Size the wiring according to the amperage, BUT if the motor is currently on 120 V, the wiring should be just fine.
I *believe* you have 2 hot and one ground, not a neutral.

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post #7 of 29 Old 09-06-2015, 09:51 PM
where's my table saw?
 
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not mine

Quote:
Originally Posted by Alchymist View Post
I *believe* you have 2 hot and one ground, not a neutral.
There are quite a few 3 wire receptacles that call the center terminal ground or neutral interchangeably. Mine goes to the neutral bar in the panel.

Here's a sample diagram:



The 4 wire ones have a separate ground terminal:

The answer to your question will only be as detailed and specific as the question is detailed and specific. Good questions also include a sketch or a photo that illustrates your issue. (:< D)
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post #8 of 29 Old 09-06-2015, 10:11 PM
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Where can you use a 3 wire 240 outlet today? (One that's not grandfathered in). As far as I know only the 2 hot with ground or the 4 wire version is allowed anymore.

Alexis de Tocqueville was a very smart man.
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post #9 of 29 Old 09-06-2015, 10:45 PM
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Quote:
Originally Posted by Masterjer View Post
I've been using a 1.75hp table saw for a couple years now. It has been plugged into a 10 receptacle power strip designed for "garage" use and has a 15 amp built in breaker. This has worked great for a couple years. However, recently the power strip surge protector trips every time I turn on my saw. There is nothing else plugged into the power strip and no other tools running running on the circuit.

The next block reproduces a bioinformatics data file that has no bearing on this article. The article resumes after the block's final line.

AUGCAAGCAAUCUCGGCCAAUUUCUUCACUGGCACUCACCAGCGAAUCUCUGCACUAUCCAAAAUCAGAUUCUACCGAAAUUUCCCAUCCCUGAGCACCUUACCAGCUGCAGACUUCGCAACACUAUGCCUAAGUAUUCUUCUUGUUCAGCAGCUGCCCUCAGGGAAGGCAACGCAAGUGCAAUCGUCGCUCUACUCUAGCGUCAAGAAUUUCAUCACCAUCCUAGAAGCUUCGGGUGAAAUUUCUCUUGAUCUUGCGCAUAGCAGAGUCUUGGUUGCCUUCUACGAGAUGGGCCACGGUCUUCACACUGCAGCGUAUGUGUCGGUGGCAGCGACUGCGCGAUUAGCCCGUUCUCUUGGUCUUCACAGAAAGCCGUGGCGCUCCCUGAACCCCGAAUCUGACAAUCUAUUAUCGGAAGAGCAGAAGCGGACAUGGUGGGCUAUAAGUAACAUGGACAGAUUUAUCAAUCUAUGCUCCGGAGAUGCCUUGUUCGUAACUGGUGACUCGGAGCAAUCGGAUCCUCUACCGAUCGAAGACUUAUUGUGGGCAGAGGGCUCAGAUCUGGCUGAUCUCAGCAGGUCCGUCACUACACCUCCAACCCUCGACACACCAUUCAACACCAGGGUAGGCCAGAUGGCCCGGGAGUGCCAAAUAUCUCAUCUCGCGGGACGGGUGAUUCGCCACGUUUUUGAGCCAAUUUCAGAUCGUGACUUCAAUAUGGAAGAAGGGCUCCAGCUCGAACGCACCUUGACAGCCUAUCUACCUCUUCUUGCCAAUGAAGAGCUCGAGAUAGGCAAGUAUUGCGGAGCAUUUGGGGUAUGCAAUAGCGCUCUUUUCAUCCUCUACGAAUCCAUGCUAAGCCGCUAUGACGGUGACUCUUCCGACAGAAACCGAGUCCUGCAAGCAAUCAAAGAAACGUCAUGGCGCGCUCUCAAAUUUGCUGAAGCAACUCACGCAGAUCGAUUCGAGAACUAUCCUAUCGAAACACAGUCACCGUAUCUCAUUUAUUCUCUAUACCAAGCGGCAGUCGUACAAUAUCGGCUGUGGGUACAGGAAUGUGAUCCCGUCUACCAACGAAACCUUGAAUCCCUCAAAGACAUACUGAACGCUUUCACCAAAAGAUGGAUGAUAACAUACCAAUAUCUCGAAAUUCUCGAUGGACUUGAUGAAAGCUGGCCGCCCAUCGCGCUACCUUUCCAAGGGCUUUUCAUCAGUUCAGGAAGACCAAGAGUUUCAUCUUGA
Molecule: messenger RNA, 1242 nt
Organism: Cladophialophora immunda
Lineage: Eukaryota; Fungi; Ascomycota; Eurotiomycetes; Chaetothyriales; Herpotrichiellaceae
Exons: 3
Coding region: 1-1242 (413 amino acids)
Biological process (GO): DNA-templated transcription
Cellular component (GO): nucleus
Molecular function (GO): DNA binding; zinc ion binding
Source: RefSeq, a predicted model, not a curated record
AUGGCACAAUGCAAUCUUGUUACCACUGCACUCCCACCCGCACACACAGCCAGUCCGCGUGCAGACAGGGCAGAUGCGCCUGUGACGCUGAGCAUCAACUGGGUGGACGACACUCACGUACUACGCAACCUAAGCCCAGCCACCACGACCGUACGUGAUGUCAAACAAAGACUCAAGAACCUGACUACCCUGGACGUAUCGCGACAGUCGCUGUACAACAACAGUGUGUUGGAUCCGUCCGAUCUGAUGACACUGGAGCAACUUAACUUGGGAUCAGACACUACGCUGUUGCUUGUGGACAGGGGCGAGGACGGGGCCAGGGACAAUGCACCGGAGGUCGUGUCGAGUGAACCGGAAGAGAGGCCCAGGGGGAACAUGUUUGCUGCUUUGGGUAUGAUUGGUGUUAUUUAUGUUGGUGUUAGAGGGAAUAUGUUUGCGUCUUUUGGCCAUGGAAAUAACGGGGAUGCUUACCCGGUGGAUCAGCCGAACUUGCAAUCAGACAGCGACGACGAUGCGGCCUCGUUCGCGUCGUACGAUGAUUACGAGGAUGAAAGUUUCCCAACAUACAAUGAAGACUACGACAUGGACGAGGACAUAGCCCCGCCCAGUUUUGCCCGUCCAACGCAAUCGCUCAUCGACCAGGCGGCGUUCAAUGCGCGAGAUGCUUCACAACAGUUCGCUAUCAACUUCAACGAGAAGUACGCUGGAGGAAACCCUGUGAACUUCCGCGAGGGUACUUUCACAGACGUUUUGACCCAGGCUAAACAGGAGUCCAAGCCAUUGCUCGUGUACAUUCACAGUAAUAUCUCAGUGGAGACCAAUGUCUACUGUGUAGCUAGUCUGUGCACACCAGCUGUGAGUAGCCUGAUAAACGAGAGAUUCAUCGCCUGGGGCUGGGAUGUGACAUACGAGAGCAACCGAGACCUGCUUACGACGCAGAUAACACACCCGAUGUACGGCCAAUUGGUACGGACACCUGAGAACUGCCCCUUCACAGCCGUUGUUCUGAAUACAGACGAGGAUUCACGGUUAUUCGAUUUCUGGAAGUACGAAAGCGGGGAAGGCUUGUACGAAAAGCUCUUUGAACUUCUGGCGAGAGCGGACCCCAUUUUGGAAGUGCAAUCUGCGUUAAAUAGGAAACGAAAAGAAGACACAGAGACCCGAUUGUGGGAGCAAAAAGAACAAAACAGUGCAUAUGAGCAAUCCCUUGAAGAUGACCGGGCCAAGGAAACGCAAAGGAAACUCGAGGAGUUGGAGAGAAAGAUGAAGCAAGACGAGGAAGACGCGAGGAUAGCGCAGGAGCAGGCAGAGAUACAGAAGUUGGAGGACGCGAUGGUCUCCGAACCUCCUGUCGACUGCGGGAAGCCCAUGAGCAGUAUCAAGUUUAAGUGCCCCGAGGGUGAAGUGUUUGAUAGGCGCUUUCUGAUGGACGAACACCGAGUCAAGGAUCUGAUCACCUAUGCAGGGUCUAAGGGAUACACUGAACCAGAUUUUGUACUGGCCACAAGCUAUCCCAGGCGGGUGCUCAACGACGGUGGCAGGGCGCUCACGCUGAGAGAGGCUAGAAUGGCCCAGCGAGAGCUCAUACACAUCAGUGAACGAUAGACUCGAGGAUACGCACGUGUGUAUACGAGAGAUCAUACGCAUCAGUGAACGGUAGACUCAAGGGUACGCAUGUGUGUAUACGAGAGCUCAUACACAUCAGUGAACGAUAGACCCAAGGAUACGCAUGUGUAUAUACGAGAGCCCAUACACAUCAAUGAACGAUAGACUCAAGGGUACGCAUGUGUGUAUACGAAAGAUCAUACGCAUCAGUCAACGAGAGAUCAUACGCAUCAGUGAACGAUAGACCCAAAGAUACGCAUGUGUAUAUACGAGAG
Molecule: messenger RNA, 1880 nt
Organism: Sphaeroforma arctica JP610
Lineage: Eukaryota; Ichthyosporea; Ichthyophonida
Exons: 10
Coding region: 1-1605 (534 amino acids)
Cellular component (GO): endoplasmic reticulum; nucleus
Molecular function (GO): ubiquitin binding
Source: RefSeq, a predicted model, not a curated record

I tried a different power strip with the same results. I have been forced to run an extension cord from the wall outlet in order to use my saw. Any idea why this would have changed?
More than likely the surge protector is getting worn out. They get soft like circuit breakers.

It sounds like you need to put in a sub-panel in your shop. If you can physically pull the wire from your main breaker to your shop it would be pretty simple to do and we would help you.
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post #10 of 29 Old 09-06-2015, 11:45 PM
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Years ago I bought a 2-pack of 6-outlet power strips for under $10, no breakers or surge protectors, I just wanted more outlets. I just have to be sure not to run more off it than it's rated for (which is 20A).
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post #11 of 29 Old 09-07-2015, 12:41 PM Thread Starter
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Quote:
Originally Posted by OnealWoodworking
I would stop using it until I figured out what was wrong with it if it were mine. Does it get hot or smell burnt when it trips?
No it doesn't get hot or smell. I just bought a new one thinking the old one was bad and it trips right away too just as the saw starts coming up to speed.

I am wondering if there may be some friction in my saw making it work a little harder to get up to speed which could cause the extra current draw.
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post #12 of 29 Old 09-07-2015, 02:48 PM
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Quote:
Originally Posted by Masterjer View Post

I am wondering if there may be some friction in my saw making it work a little harder to get up to speed which could cause the extra current draw.


That's what I was going to suggest. Check the saw over real good.
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post #13 of 29 Old 09-07-2015, 03:59 PM
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Do you have an amp meter to check the actual current the saw is pulling? If the label says it's suppose to pull 10 amps, for instance, and it's pulling 15, then you have a problem with your saw. If it's pulling the correct current then the problem lies elsewhere.